The Heinkel Engine “Hall of Shame”

Over 13 years of Heinkel ownership I’ve accumulated a number of engines; people have given then to me, I’ve found them in various places, or people have told me about them and I purchased them.  There are a surprising number of engines out there in the USA, especially considering that maybe only a few hundred total vehicles (almost all scooters) were “officially” sold here by dealers.
One thing almost every engine has had in common was some type of major mechanical fault or abuse. Scooter engines tend the have the least damage; with car engines, each one has a hard luck story.

I present to you a “Heinkel Engine Hall of Shame”.  These are some of the best surprises I’ve come across working on engines, what I suspect happened to them, and what I’ve done (or will do) to fix them.

We’ll start off slow and work our way up:

Example #1

Engine type: 175cc Scooter
Diagnosis: This is your basic “hole in the piston”. The scooter still ran with an obliterated top ring, and no barrel scarring. I guess that’s why they have multiple rings!

Heinkel Cars and Cabin Scooters
Heinkel Piston Hole
Fix: Simple (but not cheap): buy a new oversize cylinder, rings, and barrel. 
It was from my first Heinkel scooter:

Heinkel 103-A2, originally sold in Chicopee Falls, MA

Example #2:

Engine Type: 200cc car engine:
Diagnosis: Everybody like corn flakes, and in addition to being a breakfast staple the box can be used as a gasket:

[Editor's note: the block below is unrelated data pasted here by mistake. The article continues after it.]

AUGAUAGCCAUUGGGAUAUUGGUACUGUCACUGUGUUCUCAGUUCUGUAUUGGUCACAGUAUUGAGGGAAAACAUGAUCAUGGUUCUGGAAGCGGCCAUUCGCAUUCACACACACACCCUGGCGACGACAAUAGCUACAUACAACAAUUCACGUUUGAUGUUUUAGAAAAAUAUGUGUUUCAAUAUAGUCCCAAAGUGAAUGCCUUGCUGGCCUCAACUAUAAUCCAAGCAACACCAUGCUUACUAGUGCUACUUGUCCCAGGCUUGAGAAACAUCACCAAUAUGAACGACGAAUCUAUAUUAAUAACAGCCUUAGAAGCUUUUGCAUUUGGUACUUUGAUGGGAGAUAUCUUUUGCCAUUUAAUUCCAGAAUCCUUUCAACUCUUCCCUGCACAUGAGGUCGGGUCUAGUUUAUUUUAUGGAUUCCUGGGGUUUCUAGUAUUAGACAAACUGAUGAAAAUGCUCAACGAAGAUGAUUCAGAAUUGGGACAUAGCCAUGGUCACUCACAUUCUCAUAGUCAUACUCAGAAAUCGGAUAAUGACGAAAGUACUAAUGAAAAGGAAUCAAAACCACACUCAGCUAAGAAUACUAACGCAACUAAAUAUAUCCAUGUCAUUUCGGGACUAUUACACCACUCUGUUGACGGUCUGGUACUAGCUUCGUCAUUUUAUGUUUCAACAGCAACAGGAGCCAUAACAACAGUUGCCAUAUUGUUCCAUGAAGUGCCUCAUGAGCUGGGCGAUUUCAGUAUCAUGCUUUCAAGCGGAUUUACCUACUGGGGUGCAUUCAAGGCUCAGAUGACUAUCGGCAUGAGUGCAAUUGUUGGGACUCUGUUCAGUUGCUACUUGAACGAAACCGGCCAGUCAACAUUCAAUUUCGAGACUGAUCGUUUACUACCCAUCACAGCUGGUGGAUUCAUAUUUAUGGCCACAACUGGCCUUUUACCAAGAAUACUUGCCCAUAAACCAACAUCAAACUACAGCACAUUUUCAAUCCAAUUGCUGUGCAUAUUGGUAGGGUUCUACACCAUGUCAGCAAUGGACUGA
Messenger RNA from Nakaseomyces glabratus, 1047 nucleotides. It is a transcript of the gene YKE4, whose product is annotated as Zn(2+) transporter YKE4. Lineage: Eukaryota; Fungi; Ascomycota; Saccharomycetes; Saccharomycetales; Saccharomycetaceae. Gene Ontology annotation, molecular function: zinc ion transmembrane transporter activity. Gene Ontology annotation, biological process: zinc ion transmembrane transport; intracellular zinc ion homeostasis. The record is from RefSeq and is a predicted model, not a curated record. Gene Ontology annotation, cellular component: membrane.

Heinkel Cars and Cabin Scooters
Brought to you by Kelloggs
Fix: This was easy. Use a proper gasket! That weird yellow green mold was a new one on me but came off easily.

Example #3:

Engine Type: 200cc car engine:
Diagnosis: Someone overheated this head, probably with a torch, until it started to melt. Aluminum starts losing it’s strength at 600 degrees and distorts at around 800 degrees so my guess is someone went at this with a torch for some reason (maybe to anneal it and soften the head for profiling? Who knows) 
This engine also came with two heads:
Fix: If this was the only cylinder head left in the world you could machine it flat and remove the low spots. I left it as is and put it away.

Example #4:

Engine Type: 200cc car engine:
Diagnosis: Ether someone tried to run a bigger plug or this is the result of a botched helicoil insert.
that hole is way too big for a regular plug
Fix: For as bad as this head looked the fix was pretty easy; I used one of these, and a regular length spark plug:
The adaptor cost less than the postage to the USA!. Here’s a link to the product:

Example #5:

Engine Type: 175cc Car Engine
Diagnosis: Mice!
Heinkel Cars and Cabin Scooters
Fix: This really could be any old engine case. If it’s outside in a New England winter something will try to nest in it. But this engine case was harboring something else even more surprising that we’ll see in a minute.

Example #6:

Engine Type: 175 or 200cc car engine
Diagnosis: An engine builder’s bodge. I could see how this happened, but before doing this kind of work you think they would have asked “maybe I’m doing something wrong?” But no, they went at these pushrods with a grinder.  The problem here was that they probably trying to use 175cc engine rocker arms on a 200cc engine, or vice versa. They  look the same but are different.  his person though they would make it “work” by grinding away at the pushrods. 
Heinkel Cars and Cabin Scooters
What beautiful grinding
Heinkel Cars and Cabin Scooters
I’m not sure I can fix them

Fix: I’d probably try a metal epoxy and reshape them. I’m filing them away for now.

Example #7:

Engine Type: 200cc car engine: